NCAA President Mark Emmert spent Monday in Washington discussing a host of reforms with the Knight Commission on Intercollegiate Athletics, most notably proposing that teams that can’t meet minimum academic standards should not be allowed to participate in the NCAA tournament or postseason bowl games.
But on Tuesday during his weekly press conference, Virginia Tech Coach Frank Beamer was asked about Emmert’s statement indicating he will ask the NCAA’s Board of Directors to allow multi-year scholarships rather than the current one-year renewable format currently used. Reiterating past comments on the subject, Beamer said he is against such a change in policy, and this time he offered some compelling reasons for his belief.
“Just on the surface, right now we’re responsible for a kid’s academics, how they handle themselves socially downtown. There’s a lot involved,” Beamer said. “To me we have a system that worked very well right now. It’s a one-year renewable scholarship. You’re going to renew the scholarship unless the kid messes up. . . .
“I would think if a kid knew he had a scholarship for four years, some kids wouldn’t care what I was saying: ‘To heck with Coach Beamer.’ And I just think we have a system that works now. We don’t need four-year scholarships. I don’t think you exist in this business by not renewing scholarships unless you had a good reason not to renew a scholarship. So to me the system is working just fine. I don’t think we need to mess with that.”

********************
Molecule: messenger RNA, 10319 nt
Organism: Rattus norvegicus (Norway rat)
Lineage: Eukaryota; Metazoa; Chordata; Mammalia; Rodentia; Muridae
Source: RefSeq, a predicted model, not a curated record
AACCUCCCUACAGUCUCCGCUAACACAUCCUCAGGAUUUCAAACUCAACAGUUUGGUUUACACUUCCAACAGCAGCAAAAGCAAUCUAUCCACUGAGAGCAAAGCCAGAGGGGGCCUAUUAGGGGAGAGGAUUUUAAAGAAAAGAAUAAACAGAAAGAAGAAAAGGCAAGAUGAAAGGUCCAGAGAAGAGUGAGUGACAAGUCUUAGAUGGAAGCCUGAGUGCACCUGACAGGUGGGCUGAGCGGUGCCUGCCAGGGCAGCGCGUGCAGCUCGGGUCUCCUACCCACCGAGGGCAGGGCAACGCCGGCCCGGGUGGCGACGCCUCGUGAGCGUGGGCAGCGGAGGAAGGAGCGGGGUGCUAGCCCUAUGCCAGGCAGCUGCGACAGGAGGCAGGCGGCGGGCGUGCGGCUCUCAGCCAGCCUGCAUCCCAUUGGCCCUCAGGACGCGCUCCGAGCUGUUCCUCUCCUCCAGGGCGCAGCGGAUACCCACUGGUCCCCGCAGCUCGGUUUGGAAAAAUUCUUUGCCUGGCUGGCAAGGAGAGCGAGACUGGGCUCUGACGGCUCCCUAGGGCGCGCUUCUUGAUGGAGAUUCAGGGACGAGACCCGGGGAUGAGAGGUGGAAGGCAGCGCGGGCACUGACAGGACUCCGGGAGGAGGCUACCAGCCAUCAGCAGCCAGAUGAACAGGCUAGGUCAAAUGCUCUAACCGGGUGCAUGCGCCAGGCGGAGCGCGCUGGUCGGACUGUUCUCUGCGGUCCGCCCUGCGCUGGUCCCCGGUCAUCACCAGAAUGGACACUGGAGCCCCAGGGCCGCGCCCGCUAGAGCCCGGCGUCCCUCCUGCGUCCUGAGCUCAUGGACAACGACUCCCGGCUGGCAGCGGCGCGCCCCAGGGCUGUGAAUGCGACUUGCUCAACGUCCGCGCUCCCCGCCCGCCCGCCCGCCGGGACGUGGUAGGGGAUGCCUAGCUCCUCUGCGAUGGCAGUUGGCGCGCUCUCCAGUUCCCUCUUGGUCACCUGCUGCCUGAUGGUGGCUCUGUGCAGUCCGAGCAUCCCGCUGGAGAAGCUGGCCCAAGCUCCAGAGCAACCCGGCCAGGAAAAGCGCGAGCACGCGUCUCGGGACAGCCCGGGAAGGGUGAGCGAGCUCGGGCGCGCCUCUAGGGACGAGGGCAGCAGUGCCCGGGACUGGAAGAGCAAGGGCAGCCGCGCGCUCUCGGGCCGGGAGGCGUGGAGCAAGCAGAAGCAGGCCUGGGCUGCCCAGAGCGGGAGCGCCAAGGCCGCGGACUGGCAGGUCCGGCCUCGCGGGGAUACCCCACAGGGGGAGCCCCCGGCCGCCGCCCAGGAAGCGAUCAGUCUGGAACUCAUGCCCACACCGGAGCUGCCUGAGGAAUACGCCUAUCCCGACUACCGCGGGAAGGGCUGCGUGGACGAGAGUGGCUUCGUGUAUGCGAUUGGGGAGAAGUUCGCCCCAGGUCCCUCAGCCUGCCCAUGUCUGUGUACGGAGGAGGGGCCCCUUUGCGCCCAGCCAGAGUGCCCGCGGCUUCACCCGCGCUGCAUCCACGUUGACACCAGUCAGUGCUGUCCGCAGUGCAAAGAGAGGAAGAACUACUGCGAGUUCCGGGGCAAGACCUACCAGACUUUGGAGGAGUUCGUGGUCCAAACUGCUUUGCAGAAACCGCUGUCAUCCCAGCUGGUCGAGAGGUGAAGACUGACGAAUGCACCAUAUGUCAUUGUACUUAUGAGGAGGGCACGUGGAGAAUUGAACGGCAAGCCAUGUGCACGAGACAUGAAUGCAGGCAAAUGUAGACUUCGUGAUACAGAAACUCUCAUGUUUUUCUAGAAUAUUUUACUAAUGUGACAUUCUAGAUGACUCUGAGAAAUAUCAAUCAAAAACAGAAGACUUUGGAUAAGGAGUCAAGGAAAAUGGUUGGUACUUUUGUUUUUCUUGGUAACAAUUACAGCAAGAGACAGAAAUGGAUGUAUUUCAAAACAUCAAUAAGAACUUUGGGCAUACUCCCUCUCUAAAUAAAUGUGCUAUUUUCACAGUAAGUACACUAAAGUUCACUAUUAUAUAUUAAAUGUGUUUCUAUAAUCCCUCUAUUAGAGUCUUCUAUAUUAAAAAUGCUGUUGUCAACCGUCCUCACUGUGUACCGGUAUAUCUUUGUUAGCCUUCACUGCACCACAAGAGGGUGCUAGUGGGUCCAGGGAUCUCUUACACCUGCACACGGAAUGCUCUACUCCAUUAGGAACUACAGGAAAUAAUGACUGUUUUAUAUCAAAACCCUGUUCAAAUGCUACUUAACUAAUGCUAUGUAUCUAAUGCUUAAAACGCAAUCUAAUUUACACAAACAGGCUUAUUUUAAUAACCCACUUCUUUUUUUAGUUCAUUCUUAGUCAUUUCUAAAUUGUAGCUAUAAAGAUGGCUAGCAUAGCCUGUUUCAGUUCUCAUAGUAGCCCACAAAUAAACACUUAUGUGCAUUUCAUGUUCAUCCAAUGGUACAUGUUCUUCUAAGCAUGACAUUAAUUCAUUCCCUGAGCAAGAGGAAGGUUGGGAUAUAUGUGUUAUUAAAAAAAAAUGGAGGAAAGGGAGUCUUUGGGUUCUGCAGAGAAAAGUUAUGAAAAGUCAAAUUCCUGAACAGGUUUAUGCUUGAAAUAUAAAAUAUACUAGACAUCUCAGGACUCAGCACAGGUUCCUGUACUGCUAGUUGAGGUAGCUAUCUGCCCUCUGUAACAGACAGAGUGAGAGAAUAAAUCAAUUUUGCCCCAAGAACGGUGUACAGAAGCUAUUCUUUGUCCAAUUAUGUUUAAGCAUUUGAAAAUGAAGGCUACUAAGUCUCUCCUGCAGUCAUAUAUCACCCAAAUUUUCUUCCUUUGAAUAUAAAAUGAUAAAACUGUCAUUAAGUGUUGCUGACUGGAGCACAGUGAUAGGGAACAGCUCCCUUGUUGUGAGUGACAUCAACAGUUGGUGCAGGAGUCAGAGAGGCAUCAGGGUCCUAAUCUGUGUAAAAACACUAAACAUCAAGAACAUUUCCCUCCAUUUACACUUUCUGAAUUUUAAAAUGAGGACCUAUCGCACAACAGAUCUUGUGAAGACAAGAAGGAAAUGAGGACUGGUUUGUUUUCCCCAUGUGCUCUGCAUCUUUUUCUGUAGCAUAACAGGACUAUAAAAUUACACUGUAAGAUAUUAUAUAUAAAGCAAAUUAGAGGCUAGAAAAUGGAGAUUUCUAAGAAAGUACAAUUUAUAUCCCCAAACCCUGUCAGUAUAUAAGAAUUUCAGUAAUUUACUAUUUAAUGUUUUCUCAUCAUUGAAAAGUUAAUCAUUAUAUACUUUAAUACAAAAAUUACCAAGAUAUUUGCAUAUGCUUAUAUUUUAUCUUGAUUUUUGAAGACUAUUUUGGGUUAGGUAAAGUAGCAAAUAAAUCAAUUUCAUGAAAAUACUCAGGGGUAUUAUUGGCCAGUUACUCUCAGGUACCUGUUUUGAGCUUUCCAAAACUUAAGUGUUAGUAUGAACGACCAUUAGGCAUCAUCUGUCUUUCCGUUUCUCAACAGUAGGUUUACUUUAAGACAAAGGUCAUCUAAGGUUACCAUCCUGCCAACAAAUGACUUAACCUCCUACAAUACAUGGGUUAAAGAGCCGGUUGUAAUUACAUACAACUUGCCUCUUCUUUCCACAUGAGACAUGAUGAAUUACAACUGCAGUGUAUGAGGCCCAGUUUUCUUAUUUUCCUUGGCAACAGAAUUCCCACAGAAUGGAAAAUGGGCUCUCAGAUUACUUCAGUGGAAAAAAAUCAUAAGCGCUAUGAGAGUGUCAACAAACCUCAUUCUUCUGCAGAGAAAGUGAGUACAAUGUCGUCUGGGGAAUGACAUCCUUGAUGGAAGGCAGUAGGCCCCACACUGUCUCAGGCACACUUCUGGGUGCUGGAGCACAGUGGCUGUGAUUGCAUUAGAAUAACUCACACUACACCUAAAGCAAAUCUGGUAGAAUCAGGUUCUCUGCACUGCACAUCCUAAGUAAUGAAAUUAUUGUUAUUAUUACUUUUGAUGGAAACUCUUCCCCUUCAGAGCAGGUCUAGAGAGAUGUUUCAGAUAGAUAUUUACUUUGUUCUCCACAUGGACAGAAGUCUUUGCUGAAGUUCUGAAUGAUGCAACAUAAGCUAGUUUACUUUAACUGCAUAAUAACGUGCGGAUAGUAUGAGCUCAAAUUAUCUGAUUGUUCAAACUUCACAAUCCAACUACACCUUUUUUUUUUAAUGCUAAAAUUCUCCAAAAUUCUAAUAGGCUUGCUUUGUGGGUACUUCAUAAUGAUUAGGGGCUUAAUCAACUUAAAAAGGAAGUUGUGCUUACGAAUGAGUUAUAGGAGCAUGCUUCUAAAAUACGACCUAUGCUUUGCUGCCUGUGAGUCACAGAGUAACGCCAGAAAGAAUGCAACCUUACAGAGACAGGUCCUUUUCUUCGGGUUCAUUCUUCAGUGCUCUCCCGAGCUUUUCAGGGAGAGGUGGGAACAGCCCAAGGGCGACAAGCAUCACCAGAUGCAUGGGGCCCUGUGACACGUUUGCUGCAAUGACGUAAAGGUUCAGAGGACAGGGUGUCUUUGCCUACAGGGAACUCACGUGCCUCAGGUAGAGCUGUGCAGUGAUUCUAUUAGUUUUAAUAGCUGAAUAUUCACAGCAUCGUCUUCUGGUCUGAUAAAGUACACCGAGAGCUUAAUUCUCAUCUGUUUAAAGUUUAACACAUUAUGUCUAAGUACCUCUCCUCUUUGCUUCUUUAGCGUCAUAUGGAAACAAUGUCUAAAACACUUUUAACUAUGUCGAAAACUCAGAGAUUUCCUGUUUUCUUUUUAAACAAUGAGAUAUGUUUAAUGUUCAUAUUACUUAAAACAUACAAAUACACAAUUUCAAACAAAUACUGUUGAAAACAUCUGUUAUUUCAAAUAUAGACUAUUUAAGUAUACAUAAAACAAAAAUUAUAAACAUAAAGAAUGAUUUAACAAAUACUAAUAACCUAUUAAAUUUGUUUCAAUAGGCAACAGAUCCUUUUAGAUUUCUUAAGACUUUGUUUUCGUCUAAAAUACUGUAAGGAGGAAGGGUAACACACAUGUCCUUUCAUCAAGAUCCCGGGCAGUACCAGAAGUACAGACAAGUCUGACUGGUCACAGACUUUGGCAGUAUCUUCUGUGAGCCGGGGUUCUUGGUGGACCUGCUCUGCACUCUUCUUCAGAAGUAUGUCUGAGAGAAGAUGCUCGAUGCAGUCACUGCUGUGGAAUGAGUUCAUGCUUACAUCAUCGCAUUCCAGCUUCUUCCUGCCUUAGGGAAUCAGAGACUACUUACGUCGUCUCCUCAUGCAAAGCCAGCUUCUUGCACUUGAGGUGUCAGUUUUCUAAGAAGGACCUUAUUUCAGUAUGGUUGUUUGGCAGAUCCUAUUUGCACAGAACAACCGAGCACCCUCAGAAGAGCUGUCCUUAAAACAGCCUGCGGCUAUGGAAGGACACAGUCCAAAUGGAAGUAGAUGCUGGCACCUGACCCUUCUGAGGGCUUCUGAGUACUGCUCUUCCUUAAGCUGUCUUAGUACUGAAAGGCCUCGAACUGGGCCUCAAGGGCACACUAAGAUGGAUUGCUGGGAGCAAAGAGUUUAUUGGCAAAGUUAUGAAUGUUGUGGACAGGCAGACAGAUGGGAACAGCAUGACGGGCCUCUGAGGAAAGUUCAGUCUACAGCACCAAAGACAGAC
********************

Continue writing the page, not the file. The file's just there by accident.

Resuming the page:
However, Beamer did say he is in favor of Emmert’s proposal that would allow schools to award student-athletes grants of up to $2,000 in addition to their scholarships to help cover the full cost of tuition.
“Some people have to travel farther to get home, have different ways to get home,” Beamer said. “Back when I was playing, we got $15 a month for laundry money. We thought we died and had gone to heaven. I think they should get something.”
As for Emmert’s proposed new standard for postseason participation, both the football team and men’s basketball teams were well above the NCAA’s minimum Academic Progress Rate of 900. In the most recently released APR figures, the Hokies’ football team had a score of 955 for the academic years between 2007 and 2010, while the men’s basketball team had a score of 985.